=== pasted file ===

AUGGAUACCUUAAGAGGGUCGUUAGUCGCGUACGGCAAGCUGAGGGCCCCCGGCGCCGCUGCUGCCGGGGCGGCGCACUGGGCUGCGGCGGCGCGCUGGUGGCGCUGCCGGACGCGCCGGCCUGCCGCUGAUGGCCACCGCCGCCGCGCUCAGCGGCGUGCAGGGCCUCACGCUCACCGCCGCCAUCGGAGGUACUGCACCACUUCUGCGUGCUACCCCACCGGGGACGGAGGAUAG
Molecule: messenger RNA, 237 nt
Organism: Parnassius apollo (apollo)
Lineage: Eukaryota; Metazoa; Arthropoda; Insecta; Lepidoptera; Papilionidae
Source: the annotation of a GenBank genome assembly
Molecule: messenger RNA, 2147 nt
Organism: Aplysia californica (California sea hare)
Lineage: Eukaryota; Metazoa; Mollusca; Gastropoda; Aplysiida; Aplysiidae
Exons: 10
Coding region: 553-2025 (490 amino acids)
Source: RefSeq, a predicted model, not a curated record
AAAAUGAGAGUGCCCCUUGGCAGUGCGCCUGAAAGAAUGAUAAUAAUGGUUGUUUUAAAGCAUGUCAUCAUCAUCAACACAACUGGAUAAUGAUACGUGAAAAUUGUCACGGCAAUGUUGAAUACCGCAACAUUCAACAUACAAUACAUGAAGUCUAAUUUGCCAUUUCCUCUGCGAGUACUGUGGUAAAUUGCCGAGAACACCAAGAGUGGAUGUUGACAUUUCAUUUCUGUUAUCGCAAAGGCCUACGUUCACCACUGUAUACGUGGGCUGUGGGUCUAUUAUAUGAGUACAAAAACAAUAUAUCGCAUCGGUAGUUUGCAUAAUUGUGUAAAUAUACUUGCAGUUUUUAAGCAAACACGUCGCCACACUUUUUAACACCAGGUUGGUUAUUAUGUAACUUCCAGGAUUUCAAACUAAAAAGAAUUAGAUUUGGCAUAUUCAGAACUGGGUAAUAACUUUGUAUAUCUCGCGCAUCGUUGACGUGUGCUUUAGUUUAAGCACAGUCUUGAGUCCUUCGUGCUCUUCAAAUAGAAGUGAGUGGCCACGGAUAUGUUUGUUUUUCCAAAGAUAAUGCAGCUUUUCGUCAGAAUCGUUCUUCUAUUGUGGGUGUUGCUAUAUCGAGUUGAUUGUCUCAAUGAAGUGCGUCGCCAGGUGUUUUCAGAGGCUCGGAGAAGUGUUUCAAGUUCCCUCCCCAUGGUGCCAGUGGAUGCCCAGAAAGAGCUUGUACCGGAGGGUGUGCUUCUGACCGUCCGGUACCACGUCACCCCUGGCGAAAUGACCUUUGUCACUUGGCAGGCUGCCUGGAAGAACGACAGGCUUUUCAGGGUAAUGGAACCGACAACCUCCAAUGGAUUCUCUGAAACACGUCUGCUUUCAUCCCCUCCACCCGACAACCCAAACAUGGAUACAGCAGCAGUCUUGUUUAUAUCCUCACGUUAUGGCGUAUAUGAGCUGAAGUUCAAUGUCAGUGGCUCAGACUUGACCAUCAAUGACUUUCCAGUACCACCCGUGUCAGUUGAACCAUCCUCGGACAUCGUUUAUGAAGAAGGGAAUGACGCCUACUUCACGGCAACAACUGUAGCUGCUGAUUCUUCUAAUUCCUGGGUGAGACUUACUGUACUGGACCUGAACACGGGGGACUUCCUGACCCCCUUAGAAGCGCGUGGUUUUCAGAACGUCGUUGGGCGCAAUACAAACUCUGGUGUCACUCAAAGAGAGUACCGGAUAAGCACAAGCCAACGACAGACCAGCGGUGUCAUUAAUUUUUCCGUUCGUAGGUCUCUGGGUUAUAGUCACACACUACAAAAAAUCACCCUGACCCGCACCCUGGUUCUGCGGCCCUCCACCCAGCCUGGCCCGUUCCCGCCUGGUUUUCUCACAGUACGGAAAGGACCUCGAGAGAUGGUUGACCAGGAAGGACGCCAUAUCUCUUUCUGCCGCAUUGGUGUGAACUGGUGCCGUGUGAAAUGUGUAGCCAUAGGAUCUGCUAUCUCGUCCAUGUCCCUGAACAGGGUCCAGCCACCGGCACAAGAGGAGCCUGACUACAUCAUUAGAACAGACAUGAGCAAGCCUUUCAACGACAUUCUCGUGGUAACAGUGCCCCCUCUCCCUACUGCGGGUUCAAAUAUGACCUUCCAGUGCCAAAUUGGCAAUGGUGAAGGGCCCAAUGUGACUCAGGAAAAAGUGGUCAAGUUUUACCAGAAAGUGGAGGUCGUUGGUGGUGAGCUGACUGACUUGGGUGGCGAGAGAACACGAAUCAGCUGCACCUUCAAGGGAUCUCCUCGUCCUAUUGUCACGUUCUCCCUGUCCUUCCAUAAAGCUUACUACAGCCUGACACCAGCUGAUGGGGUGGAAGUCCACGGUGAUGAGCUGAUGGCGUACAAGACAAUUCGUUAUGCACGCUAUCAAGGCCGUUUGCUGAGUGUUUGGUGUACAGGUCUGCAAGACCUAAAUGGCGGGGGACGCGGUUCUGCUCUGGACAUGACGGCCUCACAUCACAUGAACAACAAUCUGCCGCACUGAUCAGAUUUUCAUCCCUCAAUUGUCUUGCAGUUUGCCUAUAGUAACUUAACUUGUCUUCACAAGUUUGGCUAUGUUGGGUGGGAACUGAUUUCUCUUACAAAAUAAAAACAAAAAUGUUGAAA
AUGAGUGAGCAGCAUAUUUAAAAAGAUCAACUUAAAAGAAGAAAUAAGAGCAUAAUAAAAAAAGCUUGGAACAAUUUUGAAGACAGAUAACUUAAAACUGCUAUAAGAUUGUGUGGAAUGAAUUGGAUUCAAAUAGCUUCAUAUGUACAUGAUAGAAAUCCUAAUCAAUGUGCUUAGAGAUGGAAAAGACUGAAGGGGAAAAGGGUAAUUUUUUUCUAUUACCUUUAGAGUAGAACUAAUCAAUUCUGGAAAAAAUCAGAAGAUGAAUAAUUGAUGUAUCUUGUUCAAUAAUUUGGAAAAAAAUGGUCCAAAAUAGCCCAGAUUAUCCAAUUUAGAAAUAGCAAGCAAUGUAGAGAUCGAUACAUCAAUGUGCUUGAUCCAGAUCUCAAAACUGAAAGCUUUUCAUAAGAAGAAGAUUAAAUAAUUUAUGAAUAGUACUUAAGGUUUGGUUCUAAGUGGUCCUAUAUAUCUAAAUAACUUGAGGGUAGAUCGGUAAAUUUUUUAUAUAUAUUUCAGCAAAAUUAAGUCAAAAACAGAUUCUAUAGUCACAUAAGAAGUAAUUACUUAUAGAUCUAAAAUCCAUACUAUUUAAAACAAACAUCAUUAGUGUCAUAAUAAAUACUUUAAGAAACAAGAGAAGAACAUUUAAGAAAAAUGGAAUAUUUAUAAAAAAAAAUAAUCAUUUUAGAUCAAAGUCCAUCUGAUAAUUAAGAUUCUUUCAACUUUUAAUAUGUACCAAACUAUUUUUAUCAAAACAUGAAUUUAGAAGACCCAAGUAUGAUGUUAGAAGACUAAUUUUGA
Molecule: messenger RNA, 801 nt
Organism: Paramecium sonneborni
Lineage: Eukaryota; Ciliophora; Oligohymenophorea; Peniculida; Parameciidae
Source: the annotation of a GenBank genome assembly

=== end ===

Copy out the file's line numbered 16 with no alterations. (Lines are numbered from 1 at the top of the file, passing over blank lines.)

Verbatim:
Lineage: Eukaryota; Ciliophora; Oligohymenophorea; Peniculida; Parameciidae